It’s 2045. War is the main industry and cryptocurrencies are invalid, leading to even more conflict and civil unrest.
Ghost in the Shell: SAC_2045 doesn’t start with a bang. It takes several episodes before the plot gains momentum and you’ve seen enough of the world, and the people in it, to really get into it. But it’s worth sticking with it.
Unlike such dystopias as Mad Max, the post-apocalyptic world of SAC_2045 is familiar to ours. It’s about real people. The series shows the impact of a large economical crisis and currency devaluation on average people.
The impact of the United States as a global power on other countries is another nice touch. It’s a bit of a cautionary tale, and this aspect of the anime is very well done.
What is less well done is the animation. I am not a fan of this style of cheap and basic-looking CGI at all, and I feel the anime deserves better.
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Kōtetsujō no Kabaneri, or Kabaneri of the Iron Fortress, is a beautifully done anime, set in a post-apocalyptic Japan.
At the time of industrialization, a mysterious plague broke out, turning corpses into kabane, a kind of blood-drinking zombie that is extremely hard to kill. Get bitten and you turn into one. Die and you turn into a kabane. Or, if you’re lucky, a kabaneri, a halfbreed of man and kabane. Survivors live in stations along the route of heavily armored trains, known as iron fortresses.
It is in these stations and on these trains that we find the characters of this story.
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If you are familiar with Rick and Morty, you already know the catchphrase of the titular character, Rick Sanchez.
Adult Swim, well known for cartoons with a twist, is currently reigning supreme with this mad science/atompunk cartoon.
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Big Hero 6 may seem like the umptieth Disney movie, especially the umptieth digitally animated one. Considering it’s by the team of Frozen, people may expect something along those lines. Nothing could be further from the truth. Big Hero 6 is one of the best things released by Disney since well, quite a while.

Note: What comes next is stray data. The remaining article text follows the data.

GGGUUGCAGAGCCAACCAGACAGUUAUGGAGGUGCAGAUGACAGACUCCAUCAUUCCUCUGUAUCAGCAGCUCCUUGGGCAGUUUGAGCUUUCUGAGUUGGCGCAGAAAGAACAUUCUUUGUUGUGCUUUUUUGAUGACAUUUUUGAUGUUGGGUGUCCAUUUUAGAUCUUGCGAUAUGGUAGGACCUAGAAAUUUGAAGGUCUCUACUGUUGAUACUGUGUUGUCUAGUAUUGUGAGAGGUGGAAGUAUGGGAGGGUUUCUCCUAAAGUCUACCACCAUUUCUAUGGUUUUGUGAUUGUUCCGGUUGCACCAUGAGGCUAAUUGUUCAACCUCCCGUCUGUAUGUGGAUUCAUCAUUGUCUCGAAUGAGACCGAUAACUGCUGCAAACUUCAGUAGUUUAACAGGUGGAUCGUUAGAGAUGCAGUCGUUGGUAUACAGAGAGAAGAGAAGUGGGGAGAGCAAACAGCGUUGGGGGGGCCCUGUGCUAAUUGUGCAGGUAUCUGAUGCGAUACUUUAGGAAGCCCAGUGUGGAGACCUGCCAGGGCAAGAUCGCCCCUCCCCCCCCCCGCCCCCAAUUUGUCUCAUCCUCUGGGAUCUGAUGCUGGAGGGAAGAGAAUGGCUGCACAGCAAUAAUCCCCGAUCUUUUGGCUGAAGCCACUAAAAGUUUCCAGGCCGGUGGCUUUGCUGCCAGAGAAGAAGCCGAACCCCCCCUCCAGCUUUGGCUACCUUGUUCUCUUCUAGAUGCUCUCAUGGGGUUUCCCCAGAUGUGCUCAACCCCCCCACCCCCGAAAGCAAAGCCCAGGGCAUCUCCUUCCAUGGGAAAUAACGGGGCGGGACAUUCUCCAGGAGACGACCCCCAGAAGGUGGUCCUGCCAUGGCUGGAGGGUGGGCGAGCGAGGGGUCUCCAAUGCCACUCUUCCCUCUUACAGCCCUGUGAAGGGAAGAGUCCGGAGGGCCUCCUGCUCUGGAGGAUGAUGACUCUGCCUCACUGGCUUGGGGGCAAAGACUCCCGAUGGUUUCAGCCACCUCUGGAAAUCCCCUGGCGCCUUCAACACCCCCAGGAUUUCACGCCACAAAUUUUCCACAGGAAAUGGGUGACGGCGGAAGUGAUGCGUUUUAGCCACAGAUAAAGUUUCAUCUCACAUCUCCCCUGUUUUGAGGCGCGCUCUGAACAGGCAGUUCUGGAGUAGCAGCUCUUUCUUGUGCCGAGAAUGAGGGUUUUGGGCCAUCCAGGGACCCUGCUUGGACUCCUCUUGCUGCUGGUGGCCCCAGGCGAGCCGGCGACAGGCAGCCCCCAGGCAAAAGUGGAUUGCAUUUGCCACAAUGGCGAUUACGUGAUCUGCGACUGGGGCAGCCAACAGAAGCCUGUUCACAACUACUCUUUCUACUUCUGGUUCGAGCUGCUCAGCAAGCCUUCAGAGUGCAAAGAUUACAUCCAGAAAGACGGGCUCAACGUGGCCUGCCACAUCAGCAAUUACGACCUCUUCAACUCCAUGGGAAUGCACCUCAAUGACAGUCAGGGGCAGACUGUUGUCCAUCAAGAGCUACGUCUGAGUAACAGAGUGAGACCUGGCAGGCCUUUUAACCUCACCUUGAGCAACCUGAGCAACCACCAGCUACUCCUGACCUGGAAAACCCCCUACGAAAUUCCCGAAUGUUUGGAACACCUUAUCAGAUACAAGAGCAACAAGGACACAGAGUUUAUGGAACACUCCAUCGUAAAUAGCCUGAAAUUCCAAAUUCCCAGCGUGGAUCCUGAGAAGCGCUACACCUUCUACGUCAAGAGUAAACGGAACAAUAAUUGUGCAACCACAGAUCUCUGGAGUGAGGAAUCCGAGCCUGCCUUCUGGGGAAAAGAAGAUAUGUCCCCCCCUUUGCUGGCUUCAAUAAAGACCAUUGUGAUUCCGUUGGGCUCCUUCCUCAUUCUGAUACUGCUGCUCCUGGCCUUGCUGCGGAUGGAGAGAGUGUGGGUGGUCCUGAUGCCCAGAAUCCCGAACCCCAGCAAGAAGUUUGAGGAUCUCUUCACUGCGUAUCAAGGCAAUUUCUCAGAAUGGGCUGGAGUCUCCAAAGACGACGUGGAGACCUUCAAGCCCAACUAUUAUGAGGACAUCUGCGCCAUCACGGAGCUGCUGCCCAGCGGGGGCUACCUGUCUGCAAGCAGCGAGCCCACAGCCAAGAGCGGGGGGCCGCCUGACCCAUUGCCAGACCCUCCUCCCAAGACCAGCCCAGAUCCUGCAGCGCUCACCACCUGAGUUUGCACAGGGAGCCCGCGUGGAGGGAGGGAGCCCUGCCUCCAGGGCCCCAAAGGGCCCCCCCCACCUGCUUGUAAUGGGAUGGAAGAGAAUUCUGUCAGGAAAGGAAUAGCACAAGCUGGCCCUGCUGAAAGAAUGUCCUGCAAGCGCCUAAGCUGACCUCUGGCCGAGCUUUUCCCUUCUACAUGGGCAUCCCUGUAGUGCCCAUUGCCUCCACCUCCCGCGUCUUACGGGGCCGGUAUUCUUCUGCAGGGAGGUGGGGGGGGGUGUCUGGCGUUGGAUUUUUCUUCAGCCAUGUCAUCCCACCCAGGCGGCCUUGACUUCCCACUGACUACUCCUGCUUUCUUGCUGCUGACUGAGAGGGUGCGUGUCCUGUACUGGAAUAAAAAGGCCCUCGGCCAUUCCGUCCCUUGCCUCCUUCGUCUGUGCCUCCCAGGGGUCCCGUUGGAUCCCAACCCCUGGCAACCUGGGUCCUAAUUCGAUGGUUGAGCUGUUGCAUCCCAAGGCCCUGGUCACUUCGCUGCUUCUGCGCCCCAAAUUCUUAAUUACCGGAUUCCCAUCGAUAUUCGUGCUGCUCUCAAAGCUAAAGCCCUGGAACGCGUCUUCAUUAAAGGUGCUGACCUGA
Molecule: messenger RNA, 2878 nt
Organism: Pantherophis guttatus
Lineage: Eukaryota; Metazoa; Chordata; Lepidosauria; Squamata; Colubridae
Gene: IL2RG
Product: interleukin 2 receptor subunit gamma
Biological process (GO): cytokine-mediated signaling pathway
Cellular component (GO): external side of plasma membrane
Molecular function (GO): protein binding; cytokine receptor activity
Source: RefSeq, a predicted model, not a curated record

This Marvel/Disney collaboration is proof that both companies should work together more often. The film is not only a magnificent feat when it comes to animation, but also has the same kind of imaginative storytelling and feel of adventure that Marvel movies have become famous for in the last decade.
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The Legend of Korra is the sequel to the original Avatar: The Last Airbender cartoon from Nickelodeon. It’s set seventy years into the future from the original series and is a whole new show in its own right. Although it’s not necessarily to see Avatar first, I would still very much recommend it or you will miss out on a great many details and history of this story.
In the first season we meet some familiar characters, a whole brand new bunch and a brand-new setting.
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The Triplets of Belleville bills itself as being something different from anything you’ve seen before. This may not be 100 percent true, as it certainly takes its cues from some of the original animations dating back to the first filmic era and there have been other animators to play extensively with the medium. However, it is a film you don’t see every day with a rather unusual style. The film has a certain dark, dingy quality that’s hard to put your finger on.
Visually, there are a lot of muted colors, with browns and beiges predominating, similar to old sepia photographs. Likewise, character designs are somewhat grotesquely shaped, and some of the scene are just a little bizarre.
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It is difficult to describe the exact relationship between the 2001 anime Metropolis, directed by Rintaro, and Fritz Lang’s 1927 silent film of the same name without longwinded explanations or vague terms like “inspired by” or “loosely based upon.”
As a matter of fact, the anime is chiefly a filmic adaptation of a 1949 manga by Osamu Tezuka, best known as the creator of Astro Boy, which is purported to be “loosely inspired” by a few promotional images of the famous masterpiece of silent cinema.
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It must have been a nostalgic mood that gripped me when I decided to buy the boxset of The Adventures of Tintin. I was yearning back to rainy Saturday afternoons when the TV or a good book offered the only chance for some innocent high adventure. So I acted on this whim and made the purchase, remembering the brightly colored characters and escapist adventures of Tintin.
Although not strictly what we might call dieselpunk, being based quite directly on period comic strips, these Tintin films could still be considered as good examples of the pulp genre and so are worthy of our study.
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